What Is a CDN and Why Your WordPress Website Needs One
If you find yourself in need of more information about a CDN, make sure you do not miss this content delivery network definition article. Throughout the article, you will also learn why your WordPress website needs one.
To make everyone’s lives easier, we made sure to make the explanation as simple and straightforward as possible. Because who really needs all those fancy words in life after all? Unless you truly want to go in-depth, possibly the scientific route, you most certainly like the flow of a lightly written text.
That said, are you interested in learning more about what a CDN is and why exactly your WordPress website needs one, read along and let’s have some fun.
Thus far, you’re already familiar with the fact that CDN is short for content delivery network. To make a long story short, with a CDN, your website’s content gets delivered fast to the end user regardless of their geolocation. But why does this even matter? If you do not want your page to load as fast as possible, you can stop reading now. However, if you are all about enhancing your page load and delivering the best user experience, continue reading.
What Can a CDN Do to Improve Your Website?
A CDN is a network of servers which are spread around the globe. The distribution of your website’s content to your visitors is situated in their geographical location. Instead of a server from an entirely different location doing the work, the one closest to the visitors takes care of the content delivery. This can drastically reduce the server response time, meaning your website will load faster. Hurray for site speed.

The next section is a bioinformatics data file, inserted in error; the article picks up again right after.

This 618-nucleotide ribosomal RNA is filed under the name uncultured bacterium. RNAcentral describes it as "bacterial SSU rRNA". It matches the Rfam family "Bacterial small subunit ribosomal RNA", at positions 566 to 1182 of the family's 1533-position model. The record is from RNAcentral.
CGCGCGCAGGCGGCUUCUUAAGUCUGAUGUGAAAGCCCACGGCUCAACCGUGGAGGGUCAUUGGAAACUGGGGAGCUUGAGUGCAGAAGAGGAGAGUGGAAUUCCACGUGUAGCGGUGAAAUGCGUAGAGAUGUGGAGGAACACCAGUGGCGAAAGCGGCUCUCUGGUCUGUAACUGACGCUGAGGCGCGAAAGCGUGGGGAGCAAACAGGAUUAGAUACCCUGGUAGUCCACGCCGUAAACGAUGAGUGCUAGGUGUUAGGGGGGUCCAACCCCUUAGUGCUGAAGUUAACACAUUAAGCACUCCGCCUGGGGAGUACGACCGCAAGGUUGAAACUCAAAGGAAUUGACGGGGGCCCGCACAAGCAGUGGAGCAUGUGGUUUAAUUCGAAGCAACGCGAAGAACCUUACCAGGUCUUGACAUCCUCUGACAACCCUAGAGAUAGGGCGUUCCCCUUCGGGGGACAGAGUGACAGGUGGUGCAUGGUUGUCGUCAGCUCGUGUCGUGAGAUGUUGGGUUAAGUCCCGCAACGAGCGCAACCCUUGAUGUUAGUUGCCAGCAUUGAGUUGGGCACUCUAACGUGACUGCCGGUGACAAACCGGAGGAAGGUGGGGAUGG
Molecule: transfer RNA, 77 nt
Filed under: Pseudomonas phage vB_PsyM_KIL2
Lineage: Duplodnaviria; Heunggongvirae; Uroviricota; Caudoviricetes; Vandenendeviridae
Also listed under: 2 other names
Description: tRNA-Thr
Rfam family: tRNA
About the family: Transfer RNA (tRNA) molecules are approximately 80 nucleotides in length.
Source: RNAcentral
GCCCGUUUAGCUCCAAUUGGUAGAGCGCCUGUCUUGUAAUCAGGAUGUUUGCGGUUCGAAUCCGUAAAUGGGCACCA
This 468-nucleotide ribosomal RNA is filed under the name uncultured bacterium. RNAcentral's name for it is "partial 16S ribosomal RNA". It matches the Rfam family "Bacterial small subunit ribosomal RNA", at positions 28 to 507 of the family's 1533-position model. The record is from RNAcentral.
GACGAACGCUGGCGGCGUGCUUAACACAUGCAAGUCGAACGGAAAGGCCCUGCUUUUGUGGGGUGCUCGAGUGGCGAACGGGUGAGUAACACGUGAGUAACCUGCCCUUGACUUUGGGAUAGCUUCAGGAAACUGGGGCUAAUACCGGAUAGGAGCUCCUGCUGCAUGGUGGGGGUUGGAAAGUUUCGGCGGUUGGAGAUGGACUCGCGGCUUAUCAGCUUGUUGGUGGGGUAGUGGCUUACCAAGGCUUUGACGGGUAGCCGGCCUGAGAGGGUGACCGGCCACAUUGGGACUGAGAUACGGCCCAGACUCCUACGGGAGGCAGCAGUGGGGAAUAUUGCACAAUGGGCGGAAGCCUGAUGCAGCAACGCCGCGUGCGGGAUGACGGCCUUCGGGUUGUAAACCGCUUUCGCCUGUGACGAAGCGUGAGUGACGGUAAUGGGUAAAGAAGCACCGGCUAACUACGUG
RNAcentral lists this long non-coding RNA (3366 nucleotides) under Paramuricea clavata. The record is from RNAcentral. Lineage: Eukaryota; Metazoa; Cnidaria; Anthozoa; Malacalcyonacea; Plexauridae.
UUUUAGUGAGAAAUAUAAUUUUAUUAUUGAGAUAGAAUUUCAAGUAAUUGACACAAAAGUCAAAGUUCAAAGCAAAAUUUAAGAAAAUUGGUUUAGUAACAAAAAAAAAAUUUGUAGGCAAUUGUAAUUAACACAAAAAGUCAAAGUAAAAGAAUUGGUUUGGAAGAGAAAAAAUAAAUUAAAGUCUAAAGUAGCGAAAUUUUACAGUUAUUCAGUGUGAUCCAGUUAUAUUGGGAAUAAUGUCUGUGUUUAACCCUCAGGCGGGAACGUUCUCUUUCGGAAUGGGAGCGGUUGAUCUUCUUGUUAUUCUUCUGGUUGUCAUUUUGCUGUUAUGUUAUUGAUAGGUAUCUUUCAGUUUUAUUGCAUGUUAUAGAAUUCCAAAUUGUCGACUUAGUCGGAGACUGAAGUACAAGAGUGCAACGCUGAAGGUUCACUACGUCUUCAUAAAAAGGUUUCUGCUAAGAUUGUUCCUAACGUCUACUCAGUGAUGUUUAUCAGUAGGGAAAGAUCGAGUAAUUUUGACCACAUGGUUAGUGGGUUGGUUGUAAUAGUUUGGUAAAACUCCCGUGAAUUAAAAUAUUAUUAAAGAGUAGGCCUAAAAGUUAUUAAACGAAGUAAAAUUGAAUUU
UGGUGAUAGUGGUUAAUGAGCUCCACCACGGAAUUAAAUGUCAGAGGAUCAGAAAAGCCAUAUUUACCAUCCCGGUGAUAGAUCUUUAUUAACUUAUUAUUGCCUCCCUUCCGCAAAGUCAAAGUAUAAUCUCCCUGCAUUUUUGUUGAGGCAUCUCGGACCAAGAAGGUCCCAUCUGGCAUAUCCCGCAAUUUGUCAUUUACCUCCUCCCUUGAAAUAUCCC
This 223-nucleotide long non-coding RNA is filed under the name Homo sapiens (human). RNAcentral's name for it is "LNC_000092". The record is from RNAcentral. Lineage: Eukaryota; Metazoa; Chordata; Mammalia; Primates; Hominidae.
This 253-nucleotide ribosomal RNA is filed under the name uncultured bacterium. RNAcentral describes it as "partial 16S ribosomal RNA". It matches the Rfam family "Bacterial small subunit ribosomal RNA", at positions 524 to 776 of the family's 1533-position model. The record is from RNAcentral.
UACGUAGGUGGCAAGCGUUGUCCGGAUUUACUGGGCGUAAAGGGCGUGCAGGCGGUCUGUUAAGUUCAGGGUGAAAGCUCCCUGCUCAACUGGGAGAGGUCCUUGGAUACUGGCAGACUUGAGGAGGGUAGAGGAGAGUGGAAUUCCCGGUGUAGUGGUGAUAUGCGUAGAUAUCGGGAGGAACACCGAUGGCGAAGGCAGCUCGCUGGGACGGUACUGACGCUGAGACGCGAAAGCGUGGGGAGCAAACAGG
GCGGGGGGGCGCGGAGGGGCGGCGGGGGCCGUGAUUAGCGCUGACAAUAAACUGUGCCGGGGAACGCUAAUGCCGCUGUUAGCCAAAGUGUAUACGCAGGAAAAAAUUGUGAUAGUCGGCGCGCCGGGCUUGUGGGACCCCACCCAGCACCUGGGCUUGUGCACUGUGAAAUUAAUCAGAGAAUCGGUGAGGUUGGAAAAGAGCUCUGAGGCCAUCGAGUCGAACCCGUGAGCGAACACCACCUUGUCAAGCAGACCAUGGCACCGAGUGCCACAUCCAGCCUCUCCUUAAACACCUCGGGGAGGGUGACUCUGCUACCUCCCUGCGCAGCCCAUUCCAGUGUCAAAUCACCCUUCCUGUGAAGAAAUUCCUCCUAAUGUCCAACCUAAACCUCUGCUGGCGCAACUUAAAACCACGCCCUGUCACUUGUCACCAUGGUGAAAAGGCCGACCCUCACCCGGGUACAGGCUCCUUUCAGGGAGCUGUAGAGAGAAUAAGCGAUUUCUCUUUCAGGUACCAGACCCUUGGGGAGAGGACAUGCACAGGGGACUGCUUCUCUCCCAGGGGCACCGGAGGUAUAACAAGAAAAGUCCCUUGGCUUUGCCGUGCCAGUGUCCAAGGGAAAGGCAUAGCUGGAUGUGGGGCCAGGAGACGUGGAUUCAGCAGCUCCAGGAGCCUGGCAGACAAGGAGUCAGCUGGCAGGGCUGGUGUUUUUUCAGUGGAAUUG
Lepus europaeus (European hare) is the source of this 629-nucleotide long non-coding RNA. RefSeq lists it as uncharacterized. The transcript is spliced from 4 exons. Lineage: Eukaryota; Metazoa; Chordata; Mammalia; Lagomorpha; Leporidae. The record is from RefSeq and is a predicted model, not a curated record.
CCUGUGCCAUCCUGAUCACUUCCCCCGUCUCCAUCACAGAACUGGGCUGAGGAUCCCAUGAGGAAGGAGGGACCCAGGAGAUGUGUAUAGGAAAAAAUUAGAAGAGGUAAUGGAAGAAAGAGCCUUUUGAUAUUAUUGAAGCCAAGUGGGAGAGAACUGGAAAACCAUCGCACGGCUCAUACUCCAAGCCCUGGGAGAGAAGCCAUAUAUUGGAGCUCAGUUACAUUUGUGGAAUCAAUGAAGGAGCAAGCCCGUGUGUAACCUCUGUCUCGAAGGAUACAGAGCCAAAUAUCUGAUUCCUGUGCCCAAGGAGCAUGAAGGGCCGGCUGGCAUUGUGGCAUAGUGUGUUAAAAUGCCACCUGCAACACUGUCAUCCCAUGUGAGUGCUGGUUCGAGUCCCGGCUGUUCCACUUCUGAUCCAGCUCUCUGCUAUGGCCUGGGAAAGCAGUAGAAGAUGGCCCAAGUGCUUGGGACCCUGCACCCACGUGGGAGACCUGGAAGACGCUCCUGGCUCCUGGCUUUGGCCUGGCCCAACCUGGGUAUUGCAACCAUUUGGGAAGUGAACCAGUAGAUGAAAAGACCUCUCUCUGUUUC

Not only will your guests become regular visitors, they will be less likely to leave it early if you take care of the speed. More and more brands are choosing content delivery networks to ensure a flawless experience. Especially if they are dealing with videos, streaming audio, and even e-commerce.
Without a CDN, the source server spreads website’s content around the globe. Meanwhile, a page which uses a content delivery network triggers its servers on a geographical basis. Meaning, if someone is browsing from Valencia, Spain, the server which is located in Valencia or closest to it will distribute your website’s content.
Of course, all this comes with an additional fee but depending on the level of business you are at, you might need to consider it. Or in other words, if your website is generating a large amount of traffic you quite possibly need a CDN. But the first approach of succeeding at guaranteeing fantastic user experience is by using a VPS. On the other hand, there are a whole bunch of other things you can do to optimize your website for great UX.
WordPress websites can benefit from a CDN tremendously, but let’s investigate it further to get an even better understanding of why you need this piece of technology.
With the mobile-first web, speed is unquestionably the number one thing you should have optimized to a T for your WP website. No one likes slow loading pages and waiting endless amount of time for a full page to fully load.
In the modern age we are living, time matters. We expect that the whole web to work lightning fast. And then, when we are hunting down a piece of particular content, the website we land on keeps showing us a white screen with zero content loading. What do we do? We leave. Is this good for the webmaster? No. Do you want your website to be like the scenario above? No.